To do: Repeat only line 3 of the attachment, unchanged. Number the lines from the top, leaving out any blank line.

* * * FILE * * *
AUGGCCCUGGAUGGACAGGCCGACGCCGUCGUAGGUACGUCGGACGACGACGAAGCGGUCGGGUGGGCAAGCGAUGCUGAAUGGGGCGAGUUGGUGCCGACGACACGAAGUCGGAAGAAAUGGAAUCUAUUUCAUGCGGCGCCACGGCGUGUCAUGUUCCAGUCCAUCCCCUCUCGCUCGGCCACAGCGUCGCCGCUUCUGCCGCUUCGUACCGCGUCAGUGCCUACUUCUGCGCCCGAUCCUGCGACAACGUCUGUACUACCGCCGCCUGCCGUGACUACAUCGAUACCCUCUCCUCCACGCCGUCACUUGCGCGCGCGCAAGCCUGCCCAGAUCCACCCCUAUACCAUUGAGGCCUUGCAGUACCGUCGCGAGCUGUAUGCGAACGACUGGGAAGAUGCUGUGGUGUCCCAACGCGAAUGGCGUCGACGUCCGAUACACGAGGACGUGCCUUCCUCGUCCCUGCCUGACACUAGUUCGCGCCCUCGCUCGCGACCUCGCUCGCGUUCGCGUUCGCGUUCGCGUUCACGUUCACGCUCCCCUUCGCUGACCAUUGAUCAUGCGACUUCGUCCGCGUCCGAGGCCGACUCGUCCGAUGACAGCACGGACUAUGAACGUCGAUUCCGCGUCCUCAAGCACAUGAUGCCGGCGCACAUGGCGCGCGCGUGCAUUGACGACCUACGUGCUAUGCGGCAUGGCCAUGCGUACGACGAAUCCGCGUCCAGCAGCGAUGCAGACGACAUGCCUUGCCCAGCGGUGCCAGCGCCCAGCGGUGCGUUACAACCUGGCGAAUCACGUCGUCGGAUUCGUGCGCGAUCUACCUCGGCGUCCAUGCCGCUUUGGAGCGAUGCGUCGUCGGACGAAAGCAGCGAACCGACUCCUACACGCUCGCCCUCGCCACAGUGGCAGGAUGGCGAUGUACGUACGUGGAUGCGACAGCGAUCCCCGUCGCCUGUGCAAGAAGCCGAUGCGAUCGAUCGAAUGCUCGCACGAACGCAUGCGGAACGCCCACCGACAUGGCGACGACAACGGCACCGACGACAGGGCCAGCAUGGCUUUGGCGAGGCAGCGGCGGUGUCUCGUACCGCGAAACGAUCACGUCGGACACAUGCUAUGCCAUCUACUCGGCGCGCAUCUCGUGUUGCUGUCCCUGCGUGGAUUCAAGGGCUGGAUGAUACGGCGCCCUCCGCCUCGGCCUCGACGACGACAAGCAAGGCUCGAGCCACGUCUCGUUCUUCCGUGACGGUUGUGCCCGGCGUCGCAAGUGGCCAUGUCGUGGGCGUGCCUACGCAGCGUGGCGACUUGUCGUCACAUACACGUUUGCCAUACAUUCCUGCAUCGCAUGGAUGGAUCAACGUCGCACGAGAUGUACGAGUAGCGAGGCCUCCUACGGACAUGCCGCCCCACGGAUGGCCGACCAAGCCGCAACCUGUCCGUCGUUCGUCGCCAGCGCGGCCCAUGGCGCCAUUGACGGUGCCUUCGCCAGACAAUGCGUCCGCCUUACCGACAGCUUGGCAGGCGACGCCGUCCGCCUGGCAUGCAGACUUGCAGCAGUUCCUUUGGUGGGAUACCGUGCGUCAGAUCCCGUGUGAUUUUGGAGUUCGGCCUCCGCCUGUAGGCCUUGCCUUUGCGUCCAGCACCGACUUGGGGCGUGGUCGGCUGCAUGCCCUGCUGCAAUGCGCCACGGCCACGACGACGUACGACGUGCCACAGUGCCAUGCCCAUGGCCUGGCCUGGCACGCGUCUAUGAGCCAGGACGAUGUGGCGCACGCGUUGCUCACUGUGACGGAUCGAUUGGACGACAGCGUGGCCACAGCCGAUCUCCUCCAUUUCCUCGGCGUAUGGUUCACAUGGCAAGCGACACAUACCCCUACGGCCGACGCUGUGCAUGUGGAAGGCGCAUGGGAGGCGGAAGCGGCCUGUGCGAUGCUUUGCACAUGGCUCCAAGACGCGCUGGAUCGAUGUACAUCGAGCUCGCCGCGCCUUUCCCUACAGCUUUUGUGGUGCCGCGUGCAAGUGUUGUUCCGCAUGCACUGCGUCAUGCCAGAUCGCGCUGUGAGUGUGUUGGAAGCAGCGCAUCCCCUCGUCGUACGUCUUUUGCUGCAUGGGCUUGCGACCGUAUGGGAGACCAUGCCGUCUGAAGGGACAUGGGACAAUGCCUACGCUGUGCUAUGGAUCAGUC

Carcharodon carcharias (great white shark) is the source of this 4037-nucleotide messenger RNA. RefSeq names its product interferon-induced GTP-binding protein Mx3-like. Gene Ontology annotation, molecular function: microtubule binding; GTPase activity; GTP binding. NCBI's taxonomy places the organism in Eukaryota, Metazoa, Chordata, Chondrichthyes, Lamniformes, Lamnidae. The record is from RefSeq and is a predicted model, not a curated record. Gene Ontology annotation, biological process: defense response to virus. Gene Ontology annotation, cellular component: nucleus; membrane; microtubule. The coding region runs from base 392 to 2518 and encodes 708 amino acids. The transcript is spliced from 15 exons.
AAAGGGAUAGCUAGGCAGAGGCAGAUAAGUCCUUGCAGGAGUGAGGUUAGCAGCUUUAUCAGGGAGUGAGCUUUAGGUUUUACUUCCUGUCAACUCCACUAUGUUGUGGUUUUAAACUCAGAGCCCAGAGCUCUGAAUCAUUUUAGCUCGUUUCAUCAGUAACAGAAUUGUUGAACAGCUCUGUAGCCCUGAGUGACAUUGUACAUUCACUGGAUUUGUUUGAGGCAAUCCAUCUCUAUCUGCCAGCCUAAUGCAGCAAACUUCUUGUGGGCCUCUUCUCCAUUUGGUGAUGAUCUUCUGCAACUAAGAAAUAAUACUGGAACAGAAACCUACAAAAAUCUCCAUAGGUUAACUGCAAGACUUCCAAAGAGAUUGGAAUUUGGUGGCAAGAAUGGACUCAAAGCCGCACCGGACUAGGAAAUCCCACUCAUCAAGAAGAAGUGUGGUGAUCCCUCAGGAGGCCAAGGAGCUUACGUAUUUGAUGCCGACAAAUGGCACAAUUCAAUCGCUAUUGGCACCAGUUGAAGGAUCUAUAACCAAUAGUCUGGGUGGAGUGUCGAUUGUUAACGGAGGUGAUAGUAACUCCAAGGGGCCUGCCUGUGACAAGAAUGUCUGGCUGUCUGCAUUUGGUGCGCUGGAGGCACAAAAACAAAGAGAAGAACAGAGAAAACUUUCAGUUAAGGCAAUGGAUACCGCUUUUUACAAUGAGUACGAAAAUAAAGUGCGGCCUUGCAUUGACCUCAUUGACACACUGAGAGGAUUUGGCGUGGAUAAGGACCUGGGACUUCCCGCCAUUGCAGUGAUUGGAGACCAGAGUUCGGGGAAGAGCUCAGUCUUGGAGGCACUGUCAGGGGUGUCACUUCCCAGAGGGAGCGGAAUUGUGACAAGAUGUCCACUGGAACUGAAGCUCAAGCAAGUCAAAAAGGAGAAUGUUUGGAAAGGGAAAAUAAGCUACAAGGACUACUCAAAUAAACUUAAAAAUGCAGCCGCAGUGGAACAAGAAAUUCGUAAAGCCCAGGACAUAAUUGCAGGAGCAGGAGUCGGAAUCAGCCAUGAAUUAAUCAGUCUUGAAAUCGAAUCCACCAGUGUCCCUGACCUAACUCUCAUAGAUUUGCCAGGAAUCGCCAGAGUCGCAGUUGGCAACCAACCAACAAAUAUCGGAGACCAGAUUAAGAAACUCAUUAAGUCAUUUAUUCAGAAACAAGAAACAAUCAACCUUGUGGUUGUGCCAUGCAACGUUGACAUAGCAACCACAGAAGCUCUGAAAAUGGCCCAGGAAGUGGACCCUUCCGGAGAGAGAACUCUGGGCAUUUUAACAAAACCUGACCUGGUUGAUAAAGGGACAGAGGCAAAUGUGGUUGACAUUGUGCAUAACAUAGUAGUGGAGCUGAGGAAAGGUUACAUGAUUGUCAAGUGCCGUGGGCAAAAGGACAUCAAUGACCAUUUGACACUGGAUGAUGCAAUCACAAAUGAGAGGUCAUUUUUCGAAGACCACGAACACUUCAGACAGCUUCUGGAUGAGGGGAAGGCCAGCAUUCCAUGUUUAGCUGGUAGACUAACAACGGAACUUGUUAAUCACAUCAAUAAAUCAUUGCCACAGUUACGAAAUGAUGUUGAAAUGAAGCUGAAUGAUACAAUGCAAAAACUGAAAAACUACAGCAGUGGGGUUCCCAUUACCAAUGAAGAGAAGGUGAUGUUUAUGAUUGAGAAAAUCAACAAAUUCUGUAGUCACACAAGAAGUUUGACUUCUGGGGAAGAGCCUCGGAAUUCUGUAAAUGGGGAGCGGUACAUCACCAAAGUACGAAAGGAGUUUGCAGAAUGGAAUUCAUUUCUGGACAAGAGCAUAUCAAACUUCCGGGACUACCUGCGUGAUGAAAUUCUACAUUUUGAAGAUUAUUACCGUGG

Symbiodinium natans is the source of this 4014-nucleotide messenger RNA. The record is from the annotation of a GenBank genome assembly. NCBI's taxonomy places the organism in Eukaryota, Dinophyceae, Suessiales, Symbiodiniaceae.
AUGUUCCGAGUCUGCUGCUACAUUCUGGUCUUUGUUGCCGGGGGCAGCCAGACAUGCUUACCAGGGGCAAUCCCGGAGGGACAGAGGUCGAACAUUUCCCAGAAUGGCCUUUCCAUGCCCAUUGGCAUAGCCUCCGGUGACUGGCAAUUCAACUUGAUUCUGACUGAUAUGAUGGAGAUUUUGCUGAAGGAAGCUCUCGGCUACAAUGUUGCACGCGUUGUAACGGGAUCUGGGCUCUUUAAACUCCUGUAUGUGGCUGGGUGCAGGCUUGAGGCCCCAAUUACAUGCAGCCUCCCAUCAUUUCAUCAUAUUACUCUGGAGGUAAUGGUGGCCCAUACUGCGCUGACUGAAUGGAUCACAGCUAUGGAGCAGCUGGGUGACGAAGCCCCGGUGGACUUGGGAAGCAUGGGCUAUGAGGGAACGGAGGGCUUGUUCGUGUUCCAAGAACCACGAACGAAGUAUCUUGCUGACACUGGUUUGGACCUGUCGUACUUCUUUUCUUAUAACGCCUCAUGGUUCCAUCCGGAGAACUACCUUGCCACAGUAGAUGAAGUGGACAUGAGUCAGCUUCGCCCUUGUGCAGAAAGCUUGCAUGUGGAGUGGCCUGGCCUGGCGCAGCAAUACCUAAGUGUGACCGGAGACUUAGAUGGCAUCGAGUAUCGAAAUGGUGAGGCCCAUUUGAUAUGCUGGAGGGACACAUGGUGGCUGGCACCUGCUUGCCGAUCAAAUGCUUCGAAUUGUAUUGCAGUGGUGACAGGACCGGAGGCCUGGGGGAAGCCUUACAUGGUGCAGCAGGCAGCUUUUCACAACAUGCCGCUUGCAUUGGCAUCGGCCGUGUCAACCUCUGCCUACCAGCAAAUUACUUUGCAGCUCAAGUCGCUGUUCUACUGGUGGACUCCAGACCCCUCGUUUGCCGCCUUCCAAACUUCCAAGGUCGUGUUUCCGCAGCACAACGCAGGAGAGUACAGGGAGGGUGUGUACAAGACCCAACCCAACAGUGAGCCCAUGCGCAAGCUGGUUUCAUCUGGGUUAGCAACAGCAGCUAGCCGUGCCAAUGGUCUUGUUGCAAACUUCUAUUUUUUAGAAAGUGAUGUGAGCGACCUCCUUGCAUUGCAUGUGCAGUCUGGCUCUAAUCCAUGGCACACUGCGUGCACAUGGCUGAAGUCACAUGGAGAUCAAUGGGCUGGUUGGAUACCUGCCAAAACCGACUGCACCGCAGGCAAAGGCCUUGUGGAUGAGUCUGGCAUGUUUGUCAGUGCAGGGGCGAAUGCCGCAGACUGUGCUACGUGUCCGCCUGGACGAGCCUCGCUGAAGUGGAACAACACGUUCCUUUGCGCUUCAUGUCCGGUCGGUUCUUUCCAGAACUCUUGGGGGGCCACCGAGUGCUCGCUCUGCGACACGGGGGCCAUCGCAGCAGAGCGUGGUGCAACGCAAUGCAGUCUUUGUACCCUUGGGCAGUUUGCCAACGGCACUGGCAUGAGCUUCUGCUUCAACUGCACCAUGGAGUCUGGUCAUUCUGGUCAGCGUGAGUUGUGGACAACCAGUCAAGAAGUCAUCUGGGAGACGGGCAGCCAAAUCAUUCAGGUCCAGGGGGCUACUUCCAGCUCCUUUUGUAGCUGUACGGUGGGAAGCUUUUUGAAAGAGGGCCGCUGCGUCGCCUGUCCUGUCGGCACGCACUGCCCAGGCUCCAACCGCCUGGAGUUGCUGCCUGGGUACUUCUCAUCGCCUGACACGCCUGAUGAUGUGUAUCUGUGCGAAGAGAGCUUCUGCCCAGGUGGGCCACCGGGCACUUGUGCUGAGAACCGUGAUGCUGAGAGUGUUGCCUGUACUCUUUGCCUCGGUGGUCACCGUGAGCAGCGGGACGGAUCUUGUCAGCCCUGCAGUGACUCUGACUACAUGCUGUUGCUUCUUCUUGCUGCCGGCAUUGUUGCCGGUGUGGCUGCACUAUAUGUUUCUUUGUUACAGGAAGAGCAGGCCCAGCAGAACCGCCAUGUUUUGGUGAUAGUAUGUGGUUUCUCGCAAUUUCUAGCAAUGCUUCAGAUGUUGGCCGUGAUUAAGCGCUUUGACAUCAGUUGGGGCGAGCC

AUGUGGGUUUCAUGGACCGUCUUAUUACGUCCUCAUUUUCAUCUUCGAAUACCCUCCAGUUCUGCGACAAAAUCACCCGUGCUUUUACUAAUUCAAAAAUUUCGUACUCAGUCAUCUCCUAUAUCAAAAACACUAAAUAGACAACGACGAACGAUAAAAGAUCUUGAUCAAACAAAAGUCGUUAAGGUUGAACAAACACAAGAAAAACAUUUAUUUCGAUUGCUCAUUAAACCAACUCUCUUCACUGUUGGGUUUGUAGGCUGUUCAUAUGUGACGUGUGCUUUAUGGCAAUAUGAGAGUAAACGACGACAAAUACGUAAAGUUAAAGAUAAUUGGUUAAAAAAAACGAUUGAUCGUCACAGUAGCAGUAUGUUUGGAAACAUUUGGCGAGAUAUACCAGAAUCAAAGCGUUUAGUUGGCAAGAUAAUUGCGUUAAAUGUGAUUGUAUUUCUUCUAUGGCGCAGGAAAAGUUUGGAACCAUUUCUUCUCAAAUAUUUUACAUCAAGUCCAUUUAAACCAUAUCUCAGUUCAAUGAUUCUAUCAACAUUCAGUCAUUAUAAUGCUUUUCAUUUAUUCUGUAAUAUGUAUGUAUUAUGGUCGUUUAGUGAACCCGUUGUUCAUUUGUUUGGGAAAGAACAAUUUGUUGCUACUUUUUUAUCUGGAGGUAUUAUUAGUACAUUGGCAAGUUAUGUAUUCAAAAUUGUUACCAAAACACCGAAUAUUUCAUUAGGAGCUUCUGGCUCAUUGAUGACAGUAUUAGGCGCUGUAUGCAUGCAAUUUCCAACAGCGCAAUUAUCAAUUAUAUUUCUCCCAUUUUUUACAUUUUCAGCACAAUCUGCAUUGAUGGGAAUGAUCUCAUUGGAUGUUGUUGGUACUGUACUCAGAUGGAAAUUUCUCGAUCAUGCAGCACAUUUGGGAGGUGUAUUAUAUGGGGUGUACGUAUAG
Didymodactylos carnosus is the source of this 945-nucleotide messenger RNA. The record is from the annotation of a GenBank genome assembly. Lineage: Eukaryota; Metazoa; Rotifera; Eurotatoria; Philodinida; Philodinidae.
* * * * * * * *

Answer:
AAAGGGAUAGCUAGGCAGAGGCAGAUAAGUCCUUGCAGGAGUGAGGUUAGCAGCUUUAUCAGGGAGUGAGCUUUAGGUUUUACUUCCUGUCAACUCCACUAUGUUGUGGUUUUAAACUCAGAGCCCAGAGCUCUGAAUCAUUUUAGCUCGUUUCAUCAGUAACAGAAUUGUUGAACAGCUCUGUAGCCCUGAGUGACAUUGUACAUUCACUGGAUUUGUUUGAGGCAAUCCAUCUCUAUCUGCCAGCCUAAUGCAGCAAACUUCUUGUGGGCCUCUUCUCCAUUUGGUGAUGAUCUUCUGCAACUAAGAAAUAAUACUGGAACAGAAACCUACAAAAAUCUCCAUAGGUUAACUGCAAGACUUCCAAAGAGAUUGGAAUUUGGUGGCAAGAAUGGACUCAAAGCCGCACCGGACUAGGAAAUCCCACUCAUCAAGAAGAAGUGUGGUGAUCCCUCAGGAGGCCAAGGAGCUUACGUAUUUGAUGCCGACAAAUGGCACAAUUCAAUCGCUAUUGGCACCAGUUGAAGGAUCUAUAACCAAUAGUCUGGGUGGAGUGUCGAUUGUUAACGGAGGUGAUAGUAACUCCAAGGGGCCUGCCUGUGACAAGAAUGUCUGGCUGUCUGCAUUUGGUGCGCUGGAGGCACAAAAACAAAGAGAAGAACAGAGAAAACUUUCAGUUAAGGCAAUGGAUACCGCUUUUUACAAUGAGUACGAAAAUAAAGUGCGGCCUUGCAUUGACCUCAUUGACACACUGAGAGGAUUUGGCGUGGAUAAGGACCUGGGACUUCCCGCCAUUGCAGUGAUUGGAGACCAGAGUUCGGGGAAGAGCUCAGUCUUGGAGGCACUGUCAGGGGUGUCACUUCCCAGAGGGAGCGGAAUUGUGACAAGAUGUCCACUGGAACUGAAGCUCAAGCAAGUCAAAAAGGAGAAUGUUUGGAAAGGGAAAAUAAGCUACAAGGACUACUCAAAUAAACUUAAAAAUGCAGCCGCAGUGGAACAAGAAAUUCGUAAAGCCCAGGACAUAAUUGCAGGAGCAGGAGUCGGAAUCAGCCAUGAAUUAAUCAGUCUUGAAAUCGAAUCCACCAGUGUCCCUGACCUAACUCUCAUAGAUUUGCCAGGAAUCGCCAGAGUCGCAGUUGGCAACCAACCAACAAAUAUCGGAGACCAGAUUAAGAAACUCAUUAAGUCAUUUAUUCAGAAACAAGAAACAAUCAACCUUGUGGUUGUGCCAUGCAACGUUGACAUAGCAACCACAGAAGCUCUGAAAAUGGCCCAGGAAGUGGACCCUUCCGGAGAGAGAACUCUGGGCAUUUUAACAAAACCUGACCUGGUUGAUAAAGGGACAGAGGCAAAUGUGGUUGACAUUGUGCAUAACAUAGUAGUGGAGCUGAGGAAAGGUUACAUGAUUGUCAAGUGCCGUGGGCAAAAGGACAUCAAUGACCAUUUGACACUGGAUGAUGCAAUCACAAAUGAGAGGUCAUUUUUCGAAGACCACGAACACUUCAGACAGCUUCUGGAUGAGGGGAAGGCCAGCAUUCCAUGUUUAGCUGGUAGACUAACAACGGAACUUGUUAAUCACAUCAAUAAAUCAUUGCCACAGUUACGAAAUGAUGUUGAAAUGAAGCUGAAUGAUACAAUGCAAAAACUGAAAAACUACAGCAGUGGGGUUCCCAUUACCAAUGAAGAGAAGGUGAUGUUUAUGAUUGAGAAAAUCAACAAAUUCUGUAGUCACACAAGAAGUUUGACUUCUGGGGAAGAGCCUCGGAAUUCUGUAAAUGGGGAGCGGUACAUCACCAAAGUACGAAAGGAGUUUGCAGAAUGGAAUUCAUUUCUGGACAAGAGCAUAUCAAACUUCCGGGACUACCUGCGUGAUGAAAUUCUACAUUUUGAAGAUUAUUACCGUGG